If there’s a less useful index for investors than the Nasdaq 100, I don’t know what it is.
The Nasdaq 100 is the index behind one of the largest ETFs in the world—the PowerShares Q’s (NYSEArca: QQQ). According to this morning’s Wall St. Journal, over $300 billion of investor money is managed to the list of companies in the 100.
When we look at an index around here, we focus on two things: selection, and weight. The 100 is broken on both.
To get into the Nasdaq 100, here’s what you have to do:
- Happen to have Nasdaq as your primary listing
- Not be a financial company (for no particular reason)
- Be “seasoned,” which means being on Nasdaq for two years, or being in the top 25 percent of the Nasdaq 100 in terms of market cap
In other words, the list is based entirely on “what’s working now for Nasdaq.” Because of Nasdaq’s history as the home base of the dot-com bubble, the list is peppered with technology names, but also includes companies ranging from Staples to Sears. If a NYSE company wanted in, presumably all they’d have to do is change exchanges and wait six months. A rigorous selection process this ain’t.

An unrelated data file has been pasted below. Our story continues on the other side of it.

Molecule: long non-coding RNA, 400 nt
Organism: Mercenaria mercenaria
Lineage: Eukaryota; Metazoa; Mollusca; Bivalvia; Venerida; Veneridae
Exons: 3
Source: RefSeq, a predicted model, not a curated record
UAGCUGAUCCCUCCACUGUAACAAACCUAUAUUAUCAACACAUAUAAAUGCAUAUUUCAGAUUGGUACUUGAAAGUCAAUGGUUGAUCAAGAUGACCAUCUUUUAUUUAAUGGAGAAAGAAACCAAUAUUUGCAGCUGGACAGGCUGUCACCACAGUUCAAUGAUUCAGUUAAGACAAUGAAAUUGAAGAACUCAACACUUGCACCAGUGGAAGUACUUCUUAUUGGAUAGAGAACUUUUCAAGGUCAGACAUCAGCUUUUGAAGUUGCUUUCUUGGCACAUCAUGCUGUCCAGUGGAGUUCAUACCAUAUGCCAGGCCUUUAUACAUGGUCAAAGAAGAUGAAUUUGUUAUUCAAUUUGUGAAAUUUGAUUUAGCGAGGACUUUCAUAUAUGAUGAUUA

But as arbitrary as the inclusion criteria for the 100 is, it’s the weighting scheme that really makes the 100 the worst index ever made by man.
As I wrote about last fall in a blog called “QQQQ Follies,” the index uses a modified market-cap weighting scheme but, in this case, that’s like suggesting that a garbage truck is a “modified” roadster—you could win a case in court on the distinction, and it would still stink.
Before Nasdaq wanted to launch mutual funds and ETFs based on the index—and what index owner doesn’t?—it was pretty vanilla, and Microsoft was over 25 percent of the index (back in 1998). To bring Microsoft down to an investable level (’40 Act funds have difficulties at 25 percent in any one holding), they created a crazy system that turned the 100 into a quasi-equal-weighted index.